The kata, the kihon and the kumite.

-Do you have a favorite Sensei and/or Senpai? Why do you like them?

Gary, he's my dad. And Don, because he's really nice.

- Which do you like more? Kata, Kihon or Kumite? Why?

All of them because they're fun

- What made you start studying karate?

My first day was really fun

- Briefly describe one thing that you think makes you unique.

My singing voice

- Name one thing you wish your Sensei/Senpais to know about your training experience at the dojo. Is it something you like or dislike? And why?

I fall if I go too far down in my stance, I don't like it when I fall because people stare at me.

- Name: Preston Mulock

- Birthday: July 16

- Rank: White Belt (beginner)

- Years of training: Under 1 year

- School: Peavine Elementary

-What is your favorite part about classes at the dojo?


-Do you have a favorite Sensei and/or Senpai? Why do you like them?

Sensei Evans because he's nice

- Which do you like more? Kata, Kihon or Kumite? Why?

My favorite is kata because its cool

- What made you start studying karate?

I thought it was cool

- Briefly describe one thing that you think makes you unique.

I am 7 and I'm going to karate

- Name one thing you wish your Sensei/Senpais to know about your training experience at the dojo. Is it something you like or dislike? And why?

I really like kata and kumite and everything.

- Name: Tori Mulock

- Birthday: 01/16/1997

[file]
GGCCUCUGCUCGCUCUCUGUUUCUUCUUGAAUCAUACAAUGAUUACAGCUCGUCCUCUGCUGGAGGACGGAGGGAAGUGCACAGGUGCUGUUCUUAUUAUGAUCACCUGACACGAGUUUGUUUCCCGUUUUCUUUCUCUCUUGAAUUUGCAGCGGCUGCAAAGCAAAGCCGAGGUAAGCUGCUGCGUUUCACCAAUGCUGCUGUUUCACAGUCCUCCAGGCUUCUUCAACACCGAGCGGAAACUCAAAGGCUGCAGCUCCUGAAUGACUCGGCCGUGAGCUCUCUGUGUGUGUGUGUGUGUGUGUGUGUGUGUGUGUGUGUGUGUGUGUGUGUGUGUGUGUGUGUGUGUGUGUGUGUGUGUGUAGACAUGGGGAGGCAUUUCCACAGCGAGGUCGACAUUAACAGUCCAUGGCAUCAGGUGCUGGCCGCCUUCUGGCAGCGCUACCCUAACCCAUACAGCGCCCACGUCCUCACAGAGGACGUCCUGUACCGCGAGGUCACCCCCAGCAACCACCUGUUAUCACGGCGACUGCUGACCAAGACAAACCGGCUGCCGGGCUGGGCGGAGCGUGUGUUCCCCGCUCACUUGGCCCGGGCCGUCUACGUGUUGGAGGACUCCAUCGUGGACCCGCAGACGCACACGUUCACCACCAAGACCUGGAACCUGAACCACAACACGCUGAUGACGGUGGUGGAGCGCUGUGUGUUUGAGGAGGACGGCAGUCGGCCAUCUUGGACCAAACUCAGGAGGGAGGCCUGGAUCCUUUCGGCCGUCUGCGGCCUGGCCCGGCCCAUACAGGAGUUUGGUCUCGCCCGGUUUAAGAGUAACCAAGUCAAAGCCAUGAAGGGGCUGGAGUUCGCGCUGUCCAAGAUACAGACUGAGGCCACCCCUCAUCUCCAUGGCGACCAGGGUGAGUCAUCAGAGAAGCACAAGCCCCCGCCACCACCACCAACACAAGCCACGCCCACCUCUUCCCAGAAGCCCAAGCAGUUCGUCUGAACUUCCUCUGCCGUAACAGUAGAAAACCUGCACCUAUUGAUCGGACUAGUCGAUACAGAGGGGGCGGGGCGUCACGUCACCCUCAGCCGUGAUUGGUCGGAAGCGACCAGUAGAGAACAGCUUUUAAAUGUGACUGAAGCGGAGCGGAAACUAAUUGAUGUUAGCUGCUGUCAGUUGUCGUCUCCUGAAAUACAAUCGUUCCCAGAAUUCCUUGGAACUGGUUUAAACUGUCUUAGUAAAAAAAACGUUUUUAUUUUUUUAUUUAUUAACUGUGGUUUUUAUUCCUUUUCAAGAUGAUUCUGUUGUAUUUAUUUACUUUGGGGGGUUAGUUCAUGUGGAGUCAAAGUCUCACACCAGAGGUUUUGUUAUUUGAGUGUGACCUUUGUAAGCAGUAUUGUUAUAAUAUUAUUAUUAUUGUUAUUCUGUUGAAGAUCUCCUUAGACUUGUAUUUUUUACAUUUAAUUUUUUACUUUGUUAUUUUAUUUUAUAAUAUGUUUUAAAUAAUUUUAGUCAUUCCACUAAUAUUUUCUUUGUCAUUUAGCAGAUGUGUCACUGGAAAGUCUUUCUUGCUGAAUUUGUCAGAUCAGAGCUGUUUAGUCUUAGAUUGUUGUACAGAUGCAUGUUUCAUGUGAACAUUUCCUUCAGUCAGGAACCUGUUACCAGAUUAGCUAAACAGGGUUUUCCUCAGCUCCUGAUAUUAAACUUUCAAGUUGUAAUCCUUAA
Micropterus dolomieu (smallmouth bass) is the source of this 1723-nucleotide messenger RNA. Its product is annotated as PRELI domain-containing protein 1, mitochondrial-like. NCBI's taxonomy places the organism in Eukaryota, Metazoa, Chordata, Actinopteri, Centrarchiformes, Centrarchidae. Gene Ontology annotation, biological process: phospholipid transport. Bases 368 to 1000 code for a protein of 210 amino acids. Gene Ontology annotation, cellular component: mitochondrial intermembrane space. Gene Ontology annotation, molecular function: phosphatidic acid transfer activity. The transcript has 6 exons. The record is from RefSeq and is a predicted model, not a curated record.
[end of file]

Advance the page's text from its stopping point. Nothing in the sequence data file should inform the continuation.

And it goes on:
- Rank: 10th Kyu (2nd level White Belt)

- Years of training: Less than 1 year

- School: Peavine Elementary

-What is your favorite part about classes at the dojo?

The feeling of accomplishment at the end

-Do you have a favorite Sensei and/or Senpai? Why do you like them?

Sensei Evans because he's nice and understanding.

- Which do you like more? Kata, Kihon or Kumite? Why?

Kumite because I'm pretty much attacking my partner

- What made you start studying karate?

My dad taught us some karate

- Briefly describe one thing that you think makes you unique.

I find myself unique by the fact that I already knew a bit of karate from the start

- Name one thing you wish your Sensei/Senpais to know about your training experience at the dojo. Is it something you like or dislike? And why?

I'd like my Senseis to know that on Mondays I just am low on energy so I try to take it easy to have enough energy to get through the class

- Name: Gary Mulock

- Birthday: 03/17/1954

- Rank: Ni Dan

- Years of training: 17

- Profession outside of karate?:

Database Analyst/Programmer

- What is your favorite part about teaching?

Watching the light go on! Helping others to become self-sufficient